07.07.2018. APCNEWS.RU. St Thomas More made a stand for religious freedom against unwarranted interference from the state. He believed that a church ruled by a king could never be true to itself because it would be a church ruled by the words of men and not the words of God.
What we can learn from the example of More is that inherent in the protection of religious freedom is the protection of all freedoms, reports Theaustralian.com.au.
The world has changed greatly since More’s time, yet lessons that were relevant then are as relevant today. And the central lesson that has not changed is this: where religious freedom meets the state, we have got to get the balance right.
All Australians are free to choose their religion, and are entitled to express and practise their religion and their beliefs without intimidation and without interference, as long as those practices are within the framework of Australian law.
That said, when it comes to religious freedom in Australia there are two broad points to make. First, legal protection of religious freedom in Australia is limited.
As Liberal senator David Fawcett noted in his capacity as chairman of the parliamentary inquiry into the status of the human right to freedom of religion or belief: “While a culture of religious freedom has thrived, and the common law has respected religious freedom to a large extent, the legislative framework to ensure this continues is vulnerable.”
Second, Australia is a federation where the states and the commonwealth treat religious freedom differently.
Again, as Fawcett observed: “An imbalance between competing rights and the lack of an appropriate way to resolve conflicts is the greatest legal challenge to the right to freedom of religion. This is most apparent with the advent of non-discrimination laws, which do not allow for lawful differentiation of treatment by religious individuals and organisations.”
While religious exemptions within non-discrimination laws provide some protection, these place religious freedom in a vulnerable position with respect to the right to non-discrimination, and do not acknowledge the fundamental position that freedom of religion has in international human rights law.
All states and territories except NSW and South Australia have anti-discrimination legislation in place that prohibits discrimination on the ground of religious belief or activity. All states and territories should be encouraged to work together to agree on a uniform approach to enshrining religious freedom in law via anti-discrimination legislation.
At a commonwealth level, there is no explicit protection for religious freedom, although the Constitution provides a narrow protection. Religion also is not an explicitly protected ground under commonwealth anti-discrimination laws. However, religion is a protected ground under the prohibition on discrimination in employment under the Fair Work Act 2009.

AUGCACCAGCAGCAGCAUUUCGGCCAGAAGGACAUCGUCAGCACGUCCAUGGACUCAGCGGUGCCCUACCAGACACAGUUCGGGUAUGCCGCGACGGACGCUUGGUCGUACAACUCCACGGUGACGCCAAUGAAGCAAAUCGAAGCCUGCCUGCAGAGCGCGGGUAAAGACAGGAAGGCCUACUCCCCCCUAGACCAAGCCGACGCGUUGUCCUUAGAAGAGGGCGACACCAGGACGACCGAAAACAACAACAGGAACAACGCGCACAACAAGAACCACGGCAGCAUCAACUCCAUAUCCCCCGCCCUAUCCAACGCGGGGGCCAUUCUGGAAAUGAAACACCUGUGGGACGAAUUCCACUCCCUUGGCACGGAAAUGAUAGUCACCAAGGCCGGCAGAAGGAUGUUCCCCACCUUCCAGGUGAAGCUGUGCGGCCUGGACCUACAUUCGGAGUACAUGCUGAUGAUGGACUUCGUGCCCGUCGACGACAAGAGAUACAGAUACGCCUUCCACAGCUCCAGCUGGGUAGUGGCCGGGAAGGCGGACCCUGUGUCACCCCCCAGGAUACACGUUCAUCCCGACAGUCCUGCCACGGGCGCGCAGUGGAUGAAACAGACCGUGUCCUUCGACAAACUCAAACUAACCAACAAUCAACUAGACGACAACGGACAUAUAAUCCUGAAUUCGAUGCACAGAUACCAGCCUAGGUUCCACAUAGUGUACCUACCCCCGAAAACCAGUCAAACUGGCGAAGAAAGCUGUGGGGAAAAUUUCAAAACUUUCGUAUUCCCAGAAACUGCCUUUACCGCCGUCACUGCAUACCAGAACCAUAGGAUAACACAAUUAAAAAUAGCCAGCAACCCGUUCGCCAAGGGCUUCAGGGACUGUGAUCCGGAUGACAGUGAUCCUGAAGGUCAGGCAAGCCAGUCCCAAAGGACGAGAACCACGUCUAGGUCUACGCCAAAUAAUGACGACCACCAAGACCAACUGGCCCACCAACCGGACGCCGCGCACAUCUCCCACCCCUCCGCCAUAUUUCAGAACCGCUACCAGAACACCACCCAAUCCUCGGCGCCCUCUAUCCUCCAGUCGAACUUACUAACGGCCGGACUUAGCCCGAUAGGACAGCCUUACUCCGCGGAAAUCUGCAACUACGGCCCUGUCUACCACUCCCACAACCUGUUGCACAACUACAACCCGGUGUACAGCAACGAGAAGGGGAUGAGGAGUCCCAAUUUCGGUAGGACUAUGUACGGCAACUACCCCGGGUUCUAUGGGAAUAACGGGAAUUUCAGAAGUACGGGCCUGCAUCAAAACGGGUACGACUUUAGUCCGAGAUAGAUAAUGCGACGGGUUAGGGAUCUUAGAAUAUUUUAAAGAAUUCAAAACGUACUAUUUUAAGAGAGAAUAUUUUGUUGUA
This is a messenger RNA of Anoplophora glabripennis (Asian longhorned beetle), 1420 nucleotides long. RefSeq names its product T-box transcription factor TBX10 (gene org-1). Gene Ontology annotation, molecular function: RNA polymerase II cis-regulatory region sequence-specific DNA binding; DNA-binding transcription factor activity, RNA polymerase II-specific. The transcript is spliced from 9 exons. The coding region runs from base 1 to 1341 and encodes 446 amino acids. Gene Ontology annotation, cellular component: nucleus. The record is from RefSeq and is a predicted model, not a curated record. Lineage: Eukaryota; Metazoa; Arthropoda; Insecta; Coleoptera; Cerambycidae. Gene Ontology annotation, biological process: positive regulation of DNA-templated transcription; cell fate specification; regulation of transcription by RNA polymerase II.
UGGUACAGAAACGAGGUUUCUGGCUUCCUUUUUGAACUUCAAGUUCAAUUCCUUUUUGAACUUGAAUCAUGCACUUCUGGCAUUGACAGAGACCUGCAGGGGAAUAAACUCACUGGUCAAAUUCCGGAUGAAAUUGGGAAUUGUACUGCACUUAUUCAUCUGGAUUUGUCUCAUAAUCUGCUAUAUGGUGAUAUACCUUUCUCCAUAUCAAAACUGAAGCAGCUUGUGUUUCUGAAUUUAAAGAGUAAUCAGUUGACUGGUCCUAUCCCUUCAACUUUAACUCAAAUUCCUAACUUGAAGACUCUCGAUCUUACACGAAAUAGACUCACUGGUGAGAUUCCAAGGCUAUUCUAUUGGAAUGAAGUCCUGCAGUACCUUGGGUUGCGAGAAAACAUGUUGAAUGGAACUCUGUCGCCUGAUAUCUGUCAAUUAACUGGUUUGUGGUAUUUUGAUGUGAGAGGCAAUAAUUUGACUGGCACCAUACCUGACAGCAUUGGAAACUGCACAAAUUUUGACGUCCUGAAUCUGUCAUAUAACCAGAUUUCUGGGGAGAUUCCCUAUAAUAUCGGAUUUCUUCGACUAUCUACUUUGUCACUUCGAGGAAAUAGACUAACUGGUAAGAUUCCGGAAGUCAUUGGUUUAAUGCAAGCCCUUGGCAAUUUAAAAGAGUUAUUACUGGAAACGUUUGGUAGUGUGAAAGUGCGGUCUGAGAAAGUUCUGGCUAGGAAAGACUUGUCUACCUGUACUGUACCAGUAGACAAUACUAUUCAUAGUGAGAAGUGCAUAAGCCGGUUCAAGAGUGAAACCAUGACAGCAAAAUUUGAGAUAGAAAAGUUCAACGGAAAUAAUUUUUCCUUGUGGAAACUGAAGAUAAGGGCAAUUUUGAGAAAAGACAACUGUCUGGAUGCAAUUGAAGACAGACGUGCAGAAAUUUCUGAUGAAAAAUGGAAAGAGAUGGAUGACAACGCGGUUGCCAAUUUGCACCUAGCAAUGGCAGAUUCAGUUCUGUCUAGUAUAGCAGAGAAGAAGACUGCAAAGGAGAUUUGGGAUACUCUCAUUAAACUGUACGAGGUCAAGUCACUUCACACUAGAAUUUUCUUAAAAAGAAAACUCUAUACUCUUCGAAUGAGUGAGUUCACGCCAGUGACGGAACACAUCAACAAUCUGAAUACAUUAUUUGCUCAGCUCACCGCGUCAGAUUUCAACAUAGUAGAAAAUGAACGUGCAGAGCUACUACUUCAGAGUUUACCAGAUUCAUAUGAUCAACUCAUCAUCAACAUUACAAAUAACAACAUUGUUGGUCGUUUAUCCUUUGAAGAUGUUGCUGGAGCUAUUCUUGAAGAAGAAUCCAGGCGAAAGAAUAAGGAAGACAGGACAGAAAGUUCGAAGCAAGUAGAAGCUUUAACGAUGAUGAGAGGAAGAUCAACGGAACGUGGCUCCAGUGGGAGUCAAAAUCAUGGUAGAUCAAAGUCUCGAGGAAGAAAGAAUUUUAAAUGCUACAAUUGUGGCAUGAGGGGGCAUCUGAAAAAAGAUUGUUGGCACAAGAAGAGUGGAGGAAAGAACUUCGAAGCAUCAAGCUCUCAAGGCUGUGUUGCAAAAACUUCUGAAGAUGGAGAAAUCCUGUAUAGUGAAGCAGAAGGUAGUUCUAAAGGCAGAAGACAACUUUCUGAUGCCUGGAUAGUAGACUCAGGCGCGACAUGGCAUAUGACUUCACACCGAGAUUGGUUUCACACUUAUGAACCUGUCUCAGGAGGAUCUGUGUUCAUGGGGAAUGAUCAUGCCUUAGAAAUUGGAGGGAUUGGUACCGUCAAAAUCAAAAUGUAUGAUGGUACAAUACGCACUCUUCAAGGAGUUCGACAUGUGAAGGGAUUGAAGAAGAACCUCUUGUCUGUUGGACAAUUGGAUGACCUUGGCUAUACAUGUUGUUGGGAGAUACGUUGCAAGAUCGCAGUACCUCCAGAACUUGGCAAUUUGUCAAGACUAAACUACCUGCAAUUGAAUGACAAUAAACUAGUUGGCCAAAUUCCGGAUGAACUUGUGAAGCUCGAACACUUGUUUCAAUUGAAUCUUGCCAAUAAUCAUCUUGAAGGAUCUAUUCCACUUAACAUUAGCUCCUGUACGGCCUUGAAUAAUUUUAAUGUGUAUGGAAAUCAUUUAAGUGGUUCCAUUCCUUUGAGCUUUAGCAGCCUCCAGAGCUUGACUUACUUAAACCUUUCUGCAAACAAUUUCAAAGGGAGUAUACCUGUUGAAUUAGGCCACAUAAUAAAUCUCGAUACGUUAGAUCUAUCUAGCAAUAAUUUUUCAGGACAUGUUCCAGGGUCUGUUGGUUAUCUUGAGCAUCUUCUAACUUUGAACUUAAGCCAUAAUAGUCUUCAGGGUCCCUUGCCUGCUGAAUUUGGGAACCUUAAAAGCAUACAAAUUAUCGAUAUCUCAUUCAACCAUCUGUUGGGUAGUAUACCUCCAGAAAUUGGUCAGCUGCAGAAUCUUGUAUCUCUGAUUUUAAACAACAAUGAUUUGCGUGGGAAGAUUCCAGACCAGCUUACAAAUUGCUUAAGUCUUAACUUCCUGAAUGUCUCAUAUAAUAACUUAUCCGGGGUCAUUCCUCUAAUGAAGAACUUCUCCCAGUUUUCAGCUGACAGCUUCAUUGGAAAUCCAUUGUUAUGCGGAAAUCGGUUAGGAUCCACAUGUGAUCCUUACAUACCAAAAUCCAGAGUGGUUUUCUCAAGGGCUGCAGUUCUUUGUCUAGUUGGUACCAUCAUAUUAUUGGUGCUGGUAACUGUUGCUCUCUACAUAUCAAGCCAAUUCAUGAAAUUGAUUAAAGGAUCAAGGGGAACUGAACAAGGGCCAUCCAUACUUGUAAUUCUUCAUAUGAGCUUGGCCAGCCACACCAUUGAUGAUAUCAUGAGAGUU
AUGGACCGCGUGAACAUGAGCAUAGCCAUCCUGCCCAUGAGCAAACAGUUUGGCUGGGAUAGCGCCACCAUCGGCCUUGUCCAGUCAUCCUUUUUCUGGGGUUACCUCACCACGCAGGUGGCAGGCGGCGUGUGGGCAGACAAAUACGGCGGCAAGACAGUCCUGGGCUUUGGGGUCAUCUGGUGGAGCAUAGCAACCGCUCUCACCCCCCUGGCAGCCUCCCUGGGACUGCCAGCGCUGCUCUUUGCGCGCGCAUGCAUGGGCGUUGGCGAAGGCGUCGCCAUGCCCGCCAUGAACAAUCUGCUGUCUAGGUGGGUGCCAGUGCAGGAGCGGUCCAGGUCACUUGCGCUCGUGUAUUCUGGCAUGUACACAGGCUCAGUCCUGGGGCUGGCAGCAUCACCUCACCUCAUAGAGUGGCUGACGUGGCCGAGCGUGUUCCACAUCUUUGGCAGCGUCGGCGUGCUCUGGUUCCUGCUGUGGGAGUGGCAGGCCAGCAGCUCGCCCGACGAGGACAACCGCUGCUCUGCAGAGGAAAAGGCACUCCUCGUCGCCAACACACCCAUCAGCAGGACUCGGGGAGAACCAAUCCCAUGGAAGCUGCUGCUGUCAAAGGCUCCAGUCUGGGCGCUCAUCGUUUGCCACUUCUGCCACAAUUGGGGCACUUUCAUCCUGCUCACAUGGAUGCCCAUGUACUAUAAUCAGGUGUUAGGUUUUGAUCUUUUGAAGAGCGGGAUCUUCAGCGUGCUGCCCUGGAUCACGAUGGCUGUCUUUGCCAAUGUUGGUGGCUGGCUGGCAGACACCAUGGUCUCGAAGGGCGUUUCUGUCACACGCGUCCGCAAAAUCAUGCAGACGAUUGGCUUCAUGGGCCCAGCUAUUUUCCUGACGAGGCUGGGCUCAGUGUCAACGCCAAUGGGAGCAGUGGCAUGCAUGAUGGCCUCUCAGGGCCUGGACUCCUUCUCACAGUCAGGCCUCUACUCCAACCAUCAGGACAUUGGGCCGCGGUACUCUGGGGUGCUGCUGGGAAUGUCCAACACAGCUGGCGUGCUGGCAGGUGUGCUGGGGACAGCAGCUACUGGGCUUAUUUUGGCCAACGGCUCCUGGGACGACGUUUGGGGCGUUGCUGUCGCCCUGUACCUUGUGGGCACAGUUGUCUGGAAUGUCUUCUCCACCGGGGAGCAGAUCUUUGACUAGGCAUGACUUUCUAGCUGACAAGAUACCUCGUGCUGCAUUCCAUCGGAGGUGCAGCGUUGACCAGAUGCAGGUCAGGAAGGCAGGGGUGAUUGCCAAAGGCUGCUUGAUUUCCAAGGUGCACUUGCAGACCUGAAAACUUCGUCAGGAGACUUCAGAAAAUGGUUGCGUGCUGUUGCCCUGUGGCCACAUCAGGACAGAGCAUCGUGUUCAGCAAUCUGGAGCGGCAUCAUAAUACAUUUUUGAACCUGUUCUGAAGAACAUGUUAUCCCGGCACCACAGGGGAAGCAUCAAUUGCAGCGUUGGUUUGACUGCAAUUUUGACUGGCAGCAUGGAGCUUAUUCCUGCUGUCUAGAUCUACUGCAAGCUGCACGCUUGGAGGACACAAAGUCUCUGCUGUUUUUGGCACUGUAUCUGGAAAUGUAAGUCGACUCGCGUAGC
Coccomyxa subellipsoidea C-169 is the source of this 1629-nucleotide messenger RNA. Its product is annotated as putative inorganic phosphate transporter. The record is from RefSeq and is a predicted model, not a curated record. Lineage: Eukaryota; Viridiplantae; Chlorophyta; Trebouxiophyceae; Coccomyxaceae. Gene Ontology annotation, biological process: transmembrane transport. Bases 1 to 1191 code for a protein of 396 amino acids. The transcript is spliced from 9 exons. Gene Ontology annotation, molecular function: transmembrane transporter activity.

The Age Discrimination Act 2004 and the Sex Discrimination Act 1984 also contain a general religious exemption.
Given the ad hoc nature in the way these laws have been legislated across time, I would argue that we need a codified response to this development and that Australia needs a religious discrimination act.
Such an act would have to be crafted with due consideration to other human rights while also seeking to do two things:
• Offer protection against discrimination on the grounds of religious belief or activity.
• Ensure nationally that legislation, such as the state-based sex discrimination acts, that limits the right to freedom of religion is no more restrictive than required.
The reality for Australians today is that there is another threat to religious freedom and it does not come from the application of various laws.
Rather, it comes from what former prime minister John Howard calls “minority fundamentalism”, which he describes as “the assumption that long-held custom, practices and beliefs represent or imply an attack on those who do not support (them)”.
The liberal political virtue of tolerance does not legislate for morality.
Instead, it separates law from morality and allows for freedom of conscience and actions, yet Australia has reached an unusual point where the tools of oppression — sowing the seeds of division, conquest, manipulation and cultural division — are being wielded by the minority against the majority.
We now live in a society where tolerance is subjective.
To put it another way, we have not realised Martin Luther King Jr’s dream of a society where you are judged by the content of your character, not the colour of your skin. Instead we have a woken up in a nightmare where the value of your contribution to a debate depends on what you claim to be a victim of.
When the forces of political correctness continually marginalise and dismiss contributions to debate informed by a reasonable religious belief, it sends a very clear message: you are not welcome here, your views are not welcome here and your religion is not welcome here.